Cindy: True confession: I’m not a Trekker. But everybody knows Spock, even those who’ve never watched the Star Trek television series. I was familiar with Spock’s signature Vulcan salute, but I didn’t know that Leonard Nimoy created it when he rejected the idea, during filming, of using a traditional handshake. The shape originates from Jewish prayer and the Hebrew letter that starts the word shalom—peace. It’s fascinating stuff, like Richard Michelson’s picture book biography, Fascinating: The Life of Leonard Nimoy (2016).
The man who would become the famous Vulcan was born to two Russian immigrants whose passports marked them as “alien.” Little Lenny, who grew up in Boston and had a newspaper route, sang “God Bless America” in a talent show at the local settlement house; the applause he got might have lead him to audition for more plays there in his teens. He got a job selling vacuum cleaners to finance his thespian dreams, and his acting helped him be successful in that awful job.
In 1949, he headed for the stars. Driving a taxi in Hollywood provided a chance meeting with Congressman John F. Kennedy, who advised him:
“Never give up as long as you can make a difference in people’s lives. Lots of competition in your business, just like in mine. But an actor is like a politician. There is always room at the top for one more good one.”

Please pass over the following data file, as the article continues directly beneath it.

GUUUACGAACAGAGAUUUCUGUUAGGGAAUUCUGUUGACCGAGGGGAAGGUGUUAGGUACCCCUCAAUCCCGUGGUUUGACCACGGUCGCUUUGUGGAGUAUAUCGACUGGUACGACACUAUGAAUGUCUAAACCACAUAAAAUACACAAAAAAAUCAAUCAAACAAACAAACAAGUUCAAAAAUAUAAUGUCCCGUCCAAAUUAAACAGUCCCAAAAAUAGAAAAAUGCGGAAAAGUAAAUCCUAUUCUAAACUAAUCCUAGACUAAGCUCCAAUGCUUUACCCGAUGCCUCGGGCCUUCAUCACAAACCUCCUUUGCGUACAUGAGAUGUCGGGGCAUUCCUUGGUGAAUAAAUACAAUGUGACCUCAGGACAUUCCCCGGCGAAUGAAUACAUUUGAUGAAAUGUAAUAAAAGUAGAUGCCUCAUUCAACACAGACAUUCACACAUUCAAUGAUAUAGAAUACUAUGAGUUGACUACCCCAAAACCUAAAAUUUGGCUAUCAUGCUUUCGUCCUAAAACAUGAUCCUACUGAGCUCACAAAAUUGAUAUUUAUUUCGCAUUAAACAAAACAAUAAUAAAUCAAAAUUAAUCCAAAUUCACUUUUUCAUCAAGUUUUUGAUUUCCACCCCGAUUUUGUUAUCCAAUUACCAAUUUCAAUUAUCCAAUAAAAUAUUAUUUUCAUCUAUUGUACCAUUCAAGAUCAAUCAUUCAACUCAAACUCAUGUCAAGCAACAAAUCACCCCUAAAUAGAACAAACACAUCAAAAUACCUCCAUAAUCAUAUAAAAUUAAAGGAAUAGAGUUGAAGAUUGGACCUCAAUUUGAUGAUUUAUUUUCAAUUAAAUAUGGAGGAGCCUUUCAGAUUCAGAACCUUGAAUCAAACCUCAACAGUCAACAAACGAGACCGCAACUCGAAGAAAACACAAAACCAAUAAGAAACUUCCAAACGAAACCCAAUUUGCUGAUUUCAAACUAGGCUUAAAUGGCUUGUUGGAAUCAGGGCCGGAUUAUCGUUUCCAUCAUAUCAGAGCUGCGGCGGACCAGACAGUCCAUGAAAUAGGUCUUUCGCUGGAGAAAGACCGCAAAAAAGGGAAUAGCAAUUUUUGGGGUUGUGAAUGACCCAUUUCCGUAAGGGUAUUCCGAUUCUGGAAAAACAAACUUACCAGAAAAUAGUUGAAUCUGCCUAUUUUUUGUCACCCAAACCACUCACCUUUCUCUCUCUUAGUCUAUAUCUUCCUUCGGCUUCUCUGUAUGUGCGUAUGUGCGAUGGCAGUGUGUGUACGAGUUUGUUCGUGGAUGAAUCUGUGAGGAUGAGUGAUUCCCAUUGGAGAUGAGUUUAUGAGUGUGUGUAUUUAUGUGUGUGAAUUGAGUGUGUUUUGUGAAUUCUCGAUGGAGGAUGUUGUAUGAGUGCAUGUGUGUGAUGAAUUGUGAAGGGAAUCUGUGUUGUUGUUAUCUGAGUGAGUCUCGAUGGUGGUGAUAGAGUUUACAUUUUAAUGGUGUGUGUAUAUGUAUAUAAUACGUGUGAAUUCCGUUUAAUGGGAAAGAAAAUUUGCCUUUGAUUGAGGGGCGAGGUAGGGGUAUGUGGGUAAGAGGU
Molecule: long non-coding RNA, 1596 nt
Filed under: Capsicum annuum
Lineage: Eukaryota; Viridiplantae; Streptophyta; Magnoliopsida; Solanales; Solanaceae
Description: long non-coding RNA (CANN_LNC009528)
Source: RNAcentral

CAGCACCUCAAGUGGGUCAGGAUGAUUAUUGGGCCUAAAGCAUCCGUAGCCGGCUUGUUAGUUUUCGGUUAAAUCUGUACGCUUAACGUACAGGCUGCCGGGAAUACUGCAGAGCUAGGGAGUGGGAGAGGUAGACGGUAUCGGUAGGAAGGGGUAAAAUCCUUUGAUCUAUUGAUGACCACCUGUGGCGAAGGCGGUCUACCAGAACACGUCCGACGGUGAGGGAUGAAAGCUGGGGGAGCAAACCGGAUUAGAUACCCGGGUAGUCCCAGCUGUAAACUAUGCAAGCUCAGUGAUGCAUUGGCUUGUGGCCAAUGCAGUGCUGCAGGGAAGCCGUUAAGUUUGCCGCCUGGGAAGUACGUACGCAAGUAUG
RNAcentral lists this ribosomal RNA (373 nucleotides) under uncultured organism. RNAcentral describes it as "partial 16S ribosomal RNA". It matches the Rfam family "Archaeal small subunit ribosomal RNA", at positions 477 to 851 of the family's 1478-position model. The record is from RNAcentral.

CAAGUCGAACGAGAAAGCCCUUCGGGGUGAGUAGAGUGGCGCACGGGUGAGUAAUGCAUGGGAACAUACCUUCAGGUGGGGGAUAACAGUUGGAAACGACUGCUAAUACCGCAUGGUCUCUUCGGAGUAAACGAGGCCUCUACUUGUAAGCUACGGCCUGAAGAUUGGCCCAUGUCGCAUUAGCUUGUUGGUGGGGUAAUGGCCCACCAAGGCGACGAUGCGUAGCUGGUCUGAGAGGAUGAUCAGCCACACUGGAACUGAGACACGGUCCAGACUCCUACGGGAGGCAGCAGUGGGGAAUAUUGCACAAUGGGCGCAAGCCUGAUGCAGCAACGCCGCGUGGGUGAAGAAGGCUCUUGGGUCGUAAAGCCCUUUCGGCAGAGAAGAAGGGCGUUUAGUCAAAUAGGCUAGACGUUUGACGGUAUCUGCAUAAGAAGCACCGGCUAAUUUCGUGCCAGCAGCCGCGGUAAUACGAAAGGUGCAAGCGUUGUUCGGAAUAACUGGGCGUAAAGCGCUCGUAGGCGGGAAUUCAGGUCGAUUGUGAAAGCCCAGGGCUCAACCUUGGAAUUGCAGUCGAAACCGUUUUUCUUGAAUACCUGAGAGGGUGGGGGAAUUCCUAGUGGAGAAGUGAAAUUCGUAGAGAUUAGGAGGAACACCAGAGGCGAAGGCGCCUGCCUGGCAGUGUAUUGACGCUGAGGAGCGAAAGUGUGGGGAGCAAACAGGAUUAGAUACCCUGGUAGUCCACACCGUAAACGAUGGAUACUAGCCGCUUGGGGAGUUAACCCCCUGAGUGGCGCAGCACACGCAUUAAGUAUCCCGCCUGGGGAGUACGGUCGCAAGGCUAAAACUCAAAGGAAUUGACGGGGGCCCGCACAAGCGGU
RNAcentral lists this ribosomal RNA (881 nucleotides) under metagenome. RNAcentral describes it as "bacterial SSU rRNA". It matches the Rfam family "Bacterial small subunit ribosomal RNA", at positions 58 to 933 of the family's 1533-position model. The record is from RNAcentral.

Nimoy persistently makes his way in the world of theater, movies, and eventually television. Edel Rodriguez’s blue and sepia-toned palette is perfect for the subject. I can only imagine Leonard’s father’s confusion as young boys started coming into his Boston barber shop asking for a Spock haircut. Trekkers will definitely understand.
Lynn: Our second picture book also features a boy who reached for the stars—the actual stars. Chris Hadfield tells his story, with Kate Fillion, in The Darkest Dark (2016). Growing up on Stag Island, all Chris could think about was being an astronaut. He played astronaut and dreamed about it, too. There was only one small problem—little Chris was afraid of the dark. Who knew what aliens might lurk there?
That changed one special night when Chris’ neighbors gathered to watch a monumental event on the island’s only TV. It was 1969, and the whole world was watching Neil Armstrong walk on the moon. Then, suddenly:
“For the first time, Chris could see the power and mystery and velvety black beauty of the dark.”
Although he stopped being afraid of the dark, there were other obstacles. Chief among them: Chris was Canadian. It took 23 years, but in 1992, Chris became an astronaut, ultimately completing three space missions. In 2013, he served as the first Canadian commander at the International Space Station.
Hadfield’s story is inspiring in so many ways. Many young readers share Chris’s fear of the dark, and parents trying to help kids stay in their own beds at night will find much to love here, both in the humorous treatment and the comforting results. The Fan Brothers’ illustrations, “rendered in graphite and colored digitally,” are terrific. Scenes of young Chris and his sleep-deprived parents are full of funny details, including a memorable pug who adds to the charm. Towards the end of the book, the brothers take full advantage of wide, two-page spreads in order to depict the mysterious beauty of space. The book also includes real photos and a message from Chris.
This truly delightful book is perfect for story hour groups, as well as lap book-reading with space-smitten youngsters. Don’t miss it!